Korean Students Study Hospitality for Four Weeks at UCF Rosen College of Hospitality Management
During the month of July, 46 Students from Kyung Hee University (KHU) in Seoul South Korea took a four-week intensive seminar in hospitality and tourism at UCF Rosen College of Hospitality Management, supported by deep-learning and experience-based field trips to various hospitality and tourism venues. This is the eighth year of the month-long program which is designed around seminars, workshops, field trips and self-reflections.
During one week, the KHU students heard from guest speaker Tony Allen (pictured above with the students), an Executive Producer with Freeman who develops and produces high profile events all over the globe including TED Global Conferences (TED Talks) and the Climate Reality conferences with former Vice President Al Gore.
Sammi Oh, a cultural tourism student, appreciated the open dialogue between the professors, the guest speakers and the students.
“Open communication was great and very informative,” said Sammi Oh. “Our faculty members were very open with us and we felt welcome as everyone was happy to answer our questions and tell us exactly what we needed to know. I especially liked the cuisine and culture seminars.”
In the four weeks, hospitality seminars are offered Monday-Friday of each week, with an intense focus on one topic per week. Seminar topics may include:
- Lodging Management
- Event & Convention Management
- Food Production – Culture & Cuisine
- Destination Marketing & Management
- Theme Park and Attractions Management
The seminars are offered for five hours a day, for a total of 25 hours per seminar. Some of the field trips included, seeing Universal Orlando, Royal Pacific, a visit to the Orange County Convention Center, a trip to downtown Orlando to see the Dr. Phillips Center for the Performing Arts, behind the scenes at Bar Harbor Seafood, a stroll down Park Avenue in Winter Park, FL plus visits to a host of local hotels, resorts & restaurants. Of course no visit would be complete without a trip to Walt Disney World and Universal Orlando.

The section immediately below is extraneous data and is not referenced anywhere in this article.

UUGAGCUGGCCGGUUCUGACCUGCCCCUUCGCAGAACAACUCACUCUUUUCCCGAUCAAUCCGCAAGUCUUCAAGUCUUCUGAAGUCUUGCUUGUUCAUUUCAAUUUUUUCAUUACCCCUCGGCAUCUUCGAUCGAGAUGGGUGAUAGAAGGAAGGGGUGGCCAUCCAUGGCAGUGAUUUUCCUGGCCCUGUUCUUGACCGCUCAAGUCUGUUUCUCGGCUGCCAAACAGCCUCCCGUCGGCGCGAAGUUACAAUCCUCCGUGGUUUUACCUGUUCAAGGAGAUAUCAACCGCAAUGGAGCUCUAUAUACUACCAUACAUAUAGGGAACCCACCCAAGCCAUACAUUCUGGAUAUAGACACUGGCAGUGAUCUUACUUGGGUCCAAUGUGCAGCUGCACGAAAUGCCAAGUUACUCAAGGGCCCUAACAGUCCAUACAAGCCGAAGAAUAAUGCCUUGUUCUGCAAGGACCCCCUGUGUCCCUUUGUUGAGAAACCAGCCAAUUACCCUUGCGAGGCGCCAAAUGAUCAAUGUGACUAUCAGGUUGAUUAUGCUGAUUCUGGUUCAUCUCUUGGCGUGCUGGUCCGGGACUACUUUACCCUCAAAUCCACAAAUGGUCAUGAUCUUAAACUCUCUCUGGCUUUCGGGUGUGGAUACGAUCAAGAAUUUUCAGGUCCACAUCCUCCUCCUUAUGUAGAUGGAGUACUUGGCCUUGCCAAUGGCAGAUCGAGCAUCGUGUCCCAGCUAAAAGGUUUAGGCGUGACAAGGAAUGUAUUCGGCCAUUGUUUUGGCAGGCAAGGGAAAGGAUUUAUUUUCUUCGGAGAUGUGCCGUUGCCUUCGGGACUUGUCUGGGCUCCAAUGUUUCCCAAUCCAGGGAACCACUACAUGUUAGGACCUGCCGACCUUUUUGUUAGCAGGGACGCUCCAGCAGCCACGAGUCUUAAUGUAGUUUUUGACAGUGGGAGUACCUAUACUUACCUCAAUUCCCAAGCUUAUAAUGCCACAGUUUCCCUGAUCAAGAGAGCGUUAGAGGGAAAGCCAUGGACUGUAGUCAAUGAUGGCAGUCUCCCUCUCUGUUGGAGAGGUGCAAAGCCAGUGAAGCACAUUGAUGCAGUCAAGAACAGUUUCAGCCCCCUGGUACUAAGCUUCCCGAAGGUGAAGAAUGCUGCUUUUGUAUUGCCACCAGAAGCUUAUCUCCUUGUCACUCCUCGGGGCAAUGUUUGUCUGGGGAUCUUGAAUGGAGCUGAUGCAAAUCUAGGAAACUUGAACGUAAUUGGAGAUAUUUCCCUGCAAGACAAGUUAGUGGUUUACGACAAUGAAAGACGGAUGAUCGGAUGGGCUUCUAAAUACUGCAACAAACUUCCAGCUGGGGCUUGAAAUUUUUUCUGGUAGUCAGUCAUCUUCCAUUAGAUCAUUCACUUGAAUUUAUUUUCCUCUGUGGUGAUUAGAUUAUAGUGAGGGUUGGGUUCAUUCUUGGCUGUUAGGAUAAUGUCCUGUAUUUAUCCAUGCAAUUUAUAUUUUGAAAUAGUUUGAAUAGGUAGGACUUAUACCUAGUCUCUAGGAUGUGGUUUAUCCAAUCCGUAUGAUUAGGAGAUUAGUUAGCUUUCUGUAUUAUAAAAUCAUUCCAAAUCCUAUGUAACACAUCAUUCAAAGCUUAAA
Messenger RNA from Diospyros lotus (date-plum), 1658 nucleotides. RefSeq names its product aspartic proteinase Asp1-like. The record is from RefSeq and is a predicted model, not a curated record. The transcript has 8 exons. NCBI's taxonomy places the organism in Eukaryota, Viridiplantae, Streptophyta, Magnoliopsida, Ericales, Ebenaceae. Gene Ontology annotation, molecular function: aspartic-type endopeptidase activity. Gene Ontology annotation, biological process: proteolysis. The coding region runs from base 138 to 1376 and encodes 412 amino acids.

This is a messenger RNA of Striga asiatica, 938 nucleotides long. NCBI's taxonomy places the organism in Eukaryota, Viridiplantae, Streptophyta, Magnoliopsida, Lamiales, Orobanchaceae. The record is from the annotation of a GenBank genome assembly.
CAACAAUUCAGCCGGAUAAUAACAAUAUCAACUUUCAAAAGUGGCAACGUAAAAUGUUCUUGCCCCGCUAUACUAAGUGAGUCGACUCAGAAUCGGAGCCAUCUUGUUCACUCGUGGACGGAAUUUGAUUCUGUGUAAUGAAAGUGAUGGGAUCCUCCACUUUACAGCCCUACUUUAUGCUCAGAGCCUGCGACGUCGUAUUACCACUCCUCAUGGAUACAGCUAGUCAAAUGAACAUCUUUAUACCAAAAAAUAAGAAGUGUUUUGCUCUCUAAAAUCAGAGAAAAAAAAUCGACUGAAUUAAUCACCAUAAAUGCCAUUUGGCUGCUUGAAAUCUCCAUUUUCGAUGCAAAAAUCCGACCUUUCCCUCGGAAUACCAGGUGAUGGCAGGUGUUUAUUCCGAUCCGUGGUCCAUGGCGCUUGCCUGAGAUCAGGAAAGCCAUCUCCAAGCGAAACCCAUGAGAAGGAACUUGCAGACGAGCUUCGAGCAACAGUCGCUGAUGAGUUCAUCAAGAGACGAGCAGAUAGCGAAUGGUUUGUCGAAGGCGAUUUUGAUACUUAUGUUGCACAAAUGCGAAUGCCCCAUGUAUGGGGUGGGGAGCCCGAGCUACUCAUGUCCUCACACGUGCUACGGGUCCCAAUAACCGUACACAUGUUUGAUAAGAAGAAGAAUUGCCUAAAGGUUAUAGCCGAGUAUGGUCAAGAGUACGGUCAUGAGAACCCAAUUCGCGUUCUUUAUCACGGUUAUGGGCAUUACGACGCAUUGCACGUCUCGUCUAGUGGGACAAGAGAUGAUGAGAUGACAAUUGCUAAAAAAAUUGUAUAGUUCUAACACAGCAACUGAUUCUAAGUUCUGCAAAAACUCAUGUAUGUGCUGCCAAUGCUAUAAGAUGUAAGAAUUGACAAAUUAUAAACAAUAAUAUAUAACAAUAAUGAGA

KHU at Sapphire Falls Resort
Liang-Hao Liu, a student seeking a degree in hotel management said the field trips were key to the students understanding how things worked in hospitality and tourism.
“There is a difference between American minds and Asian minds,” said Liang-Hao Lui. “Seeing how things worked behind-the-scenes was great because we don’t have that component as part of our studies in my country. To see the theme parks, the hotels, the restaurants’ operations, was essential to understanding what was taught in the seminars.”
Su Bin Park, a cultural tourism student found the curriculum challenging but definitely essential to her future goals.
“You taught us that happy people make happy hospitality, said Su Bin Park. “I want to use cultural tourism to help solve the world’s problems. The presentation that I gave on using happiness will help me to do that in the future, I hope.”
The KHU students live on the Rosen College campus in the dorm apartments. Each apartment houses up to four students, with private bedrooms, baths and full kitchens. Special holidays are celebrated, when they fall within the group’s residency. This year Independence Day was marked with a 4th of July BBQ at the dorms.
At the completion of the program, the KHU students received a Certificate of Completion jointly presented by the dean of UCF Rosen College of Hospitality Management, Dr. Abraham Pizam, the dean KHU College of Hotel and Tourism Management, Dr. Dae-Kwan Kim, and the associate dean of UCF Rosen College of Hospitality Management, Dr. Youcheng Wang, who manages the program.
One of the KHU exchange students who had been to the United States on a previous visit specifically chose the Rosen College program so that he could return to the US to learn more.
“It took me five years to come back after my first time and I realized how much I missed the food like pancakes and tacos,” said Yoonoh Jeong, a tourism student. “This experience, learning here at this school and doing everything we did was better and greater than I expected.”
The program was supported this year by the following faculty members: Dr. Amy Gregory, Professor Jessica Richards, Dr. Cynthia Mejia, and Dr. Ahmet Ozturk, and coordinated by Sheryl Goins.
— (August 1, 2017)